In the United States, the estate tax, also commonly referred to as an inheritance tax, or pejoratively, a "death tax," is a financial levy on a beneficiary’s portion of an estate, usually on assets and other financial inheritances received by the estate’s heirs. This tax is not applied to assets transferred to a surviving spouse. Heirs or beneficiaries only pay this tax when the amount of the estate that they inherit is greater than the exclusion limit established by the Internal Revenue Service (IRS). As of 2016, the exclusion limit is $5.45 million; thus, the estate tax is only levied on a very limited number of estates.
A Better Understanding of Estate Taxes
Most individuals spend the entirety of their lives compiling finances and assets that are inevitably left to a surviving spouse or passed on to a designated heir or beneficiary. Ultimately, a carefully planned estate is essential for individuals who plan to leave behind sizable assets to heirs, while avoiding the necessity of paying an extremely high estate tax bill.
The application of estate tax varies and is dependent on a number of factors, primarily federal laws within the United States, but also partially on estate or inheritance tax laws in each respective state, and potentially on international law. Each state is responsible for establishing the percentage at which an estate is taxed at the state level, and states may offer additional exclusions to payment of estate taxes beyond the IRS exclusion limit.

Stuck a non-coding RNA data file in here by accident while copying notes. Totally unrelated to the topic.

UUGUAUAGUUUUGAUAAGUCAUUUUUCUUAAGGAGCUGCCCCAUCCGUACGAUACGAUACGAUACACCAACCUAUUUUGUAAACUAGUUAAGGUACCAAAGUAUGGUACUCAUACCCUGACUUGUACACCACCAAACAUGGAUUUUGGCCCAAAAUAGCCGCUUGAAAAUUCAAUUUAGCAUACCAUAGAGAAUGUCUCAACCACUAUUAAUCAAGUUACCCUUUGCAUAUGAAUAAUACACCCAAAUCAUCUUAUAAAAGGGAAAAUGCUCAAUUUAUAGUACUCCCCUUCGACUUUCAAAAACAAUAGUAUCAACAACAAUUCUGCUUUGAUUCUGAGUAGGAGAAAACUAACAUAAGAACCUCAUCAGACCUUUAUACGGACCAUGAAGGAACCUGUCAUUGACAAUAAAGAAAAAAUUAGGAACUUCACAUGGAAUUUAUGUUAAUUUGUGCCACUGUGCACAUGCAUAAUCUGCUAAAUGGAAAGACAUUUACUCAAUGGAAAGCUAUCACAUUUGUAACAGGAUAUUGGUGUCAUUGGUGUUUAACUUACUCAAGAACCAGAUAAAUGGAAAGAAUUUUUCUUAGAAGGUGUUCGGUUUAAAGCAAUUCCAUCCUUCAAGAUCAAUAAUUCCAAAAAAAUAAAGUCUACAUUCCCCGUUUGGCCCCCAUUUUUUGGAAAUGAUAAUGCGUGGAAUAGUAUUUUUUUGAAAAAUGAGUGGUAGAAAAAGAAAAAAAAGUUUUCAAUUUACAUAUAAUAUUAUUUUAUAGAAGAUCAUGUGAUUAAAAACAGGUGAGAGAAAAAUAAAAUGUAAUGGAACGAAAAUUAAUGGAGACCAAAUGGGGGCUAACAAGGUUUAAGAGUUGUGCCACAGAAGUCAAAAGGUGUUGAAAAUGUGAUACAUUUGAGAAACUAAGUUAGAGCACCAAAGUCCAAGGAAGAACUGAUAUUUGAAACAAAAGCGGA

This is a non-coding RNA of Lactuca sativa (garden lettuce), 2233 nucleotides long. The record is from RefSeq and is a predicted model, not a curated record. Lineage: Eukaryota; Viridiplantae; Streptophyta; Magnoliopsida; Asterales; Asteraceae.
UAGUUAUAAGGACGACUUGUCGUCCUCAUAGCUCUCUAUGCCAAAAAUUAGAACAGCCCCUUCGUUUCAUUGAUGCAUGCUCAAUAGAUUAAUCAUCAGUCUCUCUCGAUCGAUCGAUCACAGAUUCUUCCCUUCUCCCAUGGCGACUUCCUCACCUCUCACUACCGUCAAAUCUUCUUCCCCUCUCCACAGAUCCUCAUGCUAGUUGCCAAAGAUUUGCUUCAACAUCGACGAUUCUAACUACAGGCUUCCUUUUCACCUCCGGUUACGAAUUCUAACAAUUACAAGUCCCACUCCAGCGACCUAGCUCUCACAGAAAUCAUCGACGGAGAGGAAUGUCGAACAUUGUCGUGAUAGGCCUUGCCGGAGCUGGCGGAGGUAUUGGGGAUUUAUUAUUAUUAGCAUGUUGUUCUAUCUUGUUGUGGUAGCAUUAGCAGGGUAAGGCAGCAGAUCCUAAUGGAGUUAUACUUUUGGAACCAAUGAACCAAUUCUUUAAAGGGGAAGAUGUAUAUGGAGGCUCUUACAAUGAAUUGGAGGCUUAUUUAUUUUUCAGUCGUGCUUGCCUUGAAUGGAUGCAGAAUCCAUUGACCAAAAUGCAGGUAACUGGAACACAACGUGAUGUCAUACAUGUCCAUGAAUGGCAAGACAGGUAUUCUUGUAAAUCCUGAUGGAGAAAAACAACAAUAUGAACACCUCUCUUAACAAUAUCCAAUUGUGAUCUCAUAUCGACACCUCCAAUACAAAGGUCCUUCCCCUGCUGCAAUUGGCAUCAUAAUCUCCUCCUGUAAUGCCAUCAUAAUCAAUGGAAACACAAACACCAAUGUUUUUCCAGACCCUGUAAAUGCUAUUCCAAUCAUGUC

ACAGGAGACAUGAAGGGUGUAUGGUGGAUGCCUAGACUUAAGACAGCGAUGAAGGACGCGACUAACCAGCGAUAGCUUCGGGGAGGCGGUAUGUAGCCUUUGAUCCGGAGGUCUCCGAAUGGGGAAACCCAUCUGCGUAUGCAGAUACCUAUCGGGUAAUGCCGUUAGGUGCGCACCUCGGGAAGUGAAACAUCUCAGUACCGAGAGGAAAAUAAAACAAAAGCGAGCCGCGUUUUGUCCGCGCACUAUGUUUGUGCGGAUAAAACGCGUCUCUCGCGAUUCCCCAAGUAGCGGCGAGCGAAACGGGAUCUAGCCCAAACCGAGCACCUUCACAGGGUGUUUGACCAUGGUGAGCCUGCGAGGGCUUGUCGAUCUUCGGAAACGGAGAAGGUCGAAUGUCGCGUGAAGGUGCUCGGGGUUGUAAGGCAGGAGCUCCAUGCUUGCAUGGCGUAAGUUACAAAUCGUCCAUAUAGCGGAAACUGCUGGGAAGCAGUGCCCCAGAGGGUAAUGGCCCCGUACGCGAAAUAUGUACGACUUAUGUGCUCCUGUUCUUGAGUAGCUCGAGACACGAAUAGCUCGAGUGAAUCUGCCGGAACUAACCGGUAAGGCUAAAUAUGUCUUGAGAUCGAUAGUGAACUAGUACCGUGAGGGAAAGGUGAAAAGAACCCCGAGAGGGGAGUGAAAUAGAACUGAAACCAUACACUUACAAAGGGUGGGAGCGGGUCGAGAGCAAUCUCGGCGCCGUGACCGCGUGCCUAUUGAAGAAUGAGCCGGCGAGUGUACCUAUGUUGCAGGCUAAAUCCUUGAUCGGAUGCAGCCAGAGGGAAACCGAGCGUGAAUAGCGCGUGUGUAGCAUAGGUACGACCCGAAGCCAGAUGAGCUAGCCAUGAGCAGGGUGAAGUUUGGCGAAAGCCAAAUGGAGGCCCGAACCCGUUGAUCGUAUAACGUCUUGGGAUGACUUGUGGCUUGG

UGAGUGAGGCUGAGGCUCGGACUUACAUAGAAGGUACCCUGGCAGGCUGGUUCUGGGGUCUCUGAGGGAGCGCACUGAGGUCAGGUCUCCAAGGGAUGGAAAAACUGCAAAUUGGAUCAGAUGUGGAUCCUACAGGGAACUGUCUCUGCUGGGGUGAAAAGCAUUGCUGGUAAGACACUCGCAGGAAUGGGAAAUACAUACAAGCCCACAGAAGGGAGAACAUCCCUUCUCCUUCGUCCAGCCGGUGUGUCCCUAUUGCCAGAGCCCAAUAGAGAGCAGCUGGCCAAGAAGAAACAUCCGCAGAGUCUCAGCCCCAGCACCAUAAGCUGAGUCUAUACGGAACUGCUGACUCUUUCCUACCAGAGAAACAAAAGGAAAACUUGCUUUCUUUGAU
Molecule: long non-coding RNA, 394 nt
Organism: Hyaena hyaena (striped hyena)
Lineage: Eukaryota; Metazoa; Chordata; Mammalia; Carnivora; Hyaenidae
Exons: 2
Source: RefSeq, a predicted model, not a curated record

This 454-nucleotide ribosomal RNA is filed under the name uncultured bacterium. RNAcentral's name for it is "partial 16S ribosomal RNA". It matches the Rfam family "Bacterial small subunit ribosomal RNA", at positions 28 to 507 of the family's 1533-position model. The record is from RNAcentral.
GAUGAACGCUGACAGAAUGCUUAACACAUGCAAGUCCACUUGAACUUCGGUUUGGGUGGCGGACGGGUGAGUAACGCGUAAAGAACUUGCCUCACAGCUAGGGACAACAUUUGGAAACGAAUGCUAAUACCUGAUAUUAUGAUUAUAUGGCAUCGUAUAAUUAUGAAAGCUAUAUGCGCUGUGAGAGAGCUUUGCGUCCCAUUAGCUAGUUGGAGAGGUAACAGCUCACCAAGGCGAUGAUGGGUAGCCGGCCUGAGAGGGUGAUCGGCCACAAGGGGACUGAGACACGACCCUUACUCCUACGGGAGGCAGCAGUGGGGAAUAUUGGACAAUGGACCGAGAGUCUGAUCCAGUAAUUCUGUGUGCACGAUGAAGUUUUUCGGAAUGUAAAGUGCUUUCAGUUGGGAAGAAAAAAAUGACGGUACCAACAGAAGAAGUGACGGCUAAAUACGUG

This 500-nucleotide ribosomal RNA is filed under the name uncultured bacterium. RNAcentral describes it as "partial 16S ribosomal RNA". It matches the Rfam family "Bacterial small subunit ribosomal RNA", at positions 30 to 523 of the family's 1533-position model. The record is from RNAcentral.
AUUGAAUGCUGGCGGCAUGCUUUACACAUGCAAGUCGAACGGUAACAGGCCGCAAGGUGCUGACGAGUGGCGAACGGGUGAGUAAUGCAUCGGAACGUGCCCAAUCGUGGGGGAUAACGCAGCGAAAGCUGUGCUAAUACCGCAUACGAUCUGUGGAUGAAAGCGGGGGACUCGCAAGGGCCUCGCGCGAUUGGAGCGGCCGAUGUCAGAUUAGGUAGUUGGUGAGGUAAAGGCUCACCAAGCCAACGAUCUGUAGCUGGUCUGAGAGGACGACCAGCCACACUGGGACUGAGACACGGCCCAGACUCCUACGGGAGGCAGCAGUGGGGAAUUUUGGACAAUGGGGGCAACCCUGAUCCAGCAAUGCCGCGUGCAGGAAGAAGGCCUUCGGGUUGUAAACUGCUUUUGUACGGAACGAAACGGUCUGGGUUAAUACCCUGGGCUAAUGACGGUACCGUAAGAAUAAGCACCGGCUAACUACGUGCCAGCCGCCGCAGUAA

The freedom to transfer, or bequeath, assets from an estate to a living spouse is known as the unlimited marital deduction and can be done without any estate tax being levied. If the designated living spouse passes away, however, the beneficiaries of the remaining estate will likely be required to pay the estate tax on the total estate value that surpasses the exclusion limit.
A Real Life Example
Consider, for example, that a married entrepreneur has amassed an estate worth $12 million. When the individual passes away, he can freely and clearly bequeath the entirety of the estate to his wife and she will not be charged any estate taxes.
Now further assume that the entrepreneur and his wife have established their two children as beneficiaries, or heirs, of the estate in the event that both he and his wife die. The wife ends up living for several years without her husband, spending the equivalent of $2 million worth of the estate before passing away. Upon her death, their children receive the remaining estate, worth approximately $10 million. In this instance, the total of the remaining estate exceeds the exclusion limit. The heirs are required to pay estate taxes at up to a 50% rate, including both federal and state estate taxes, on the amount of the estate beyond the exclusion limit. This means that each heir gets roughly $2.7 million from the $10 million.
Additional Facts About Estate Taxes
In many instances, the effective U.S. estate tax rate is substantially lower than the top federal statutory rate of 40%. This happens for two primary reasons. First, estate taxes are owed only on the portion of an estate that exceeds the exclusion limit. To put this into perspective, consider an estate worth $7 million. With the 2016 exclusion limit of $5.45 million, estate taxes are owed on less than $2 million, or somewhere between one-fourth and one-fifth of the total estate. Second, estate holders and beneficiaries, or their attorneys, continually find new and creative ways to protect significant chunks of an estate’s remaining value from taxes by taking advantage of discounts, deductions and loopholes that have been enacted by policymakers over the years.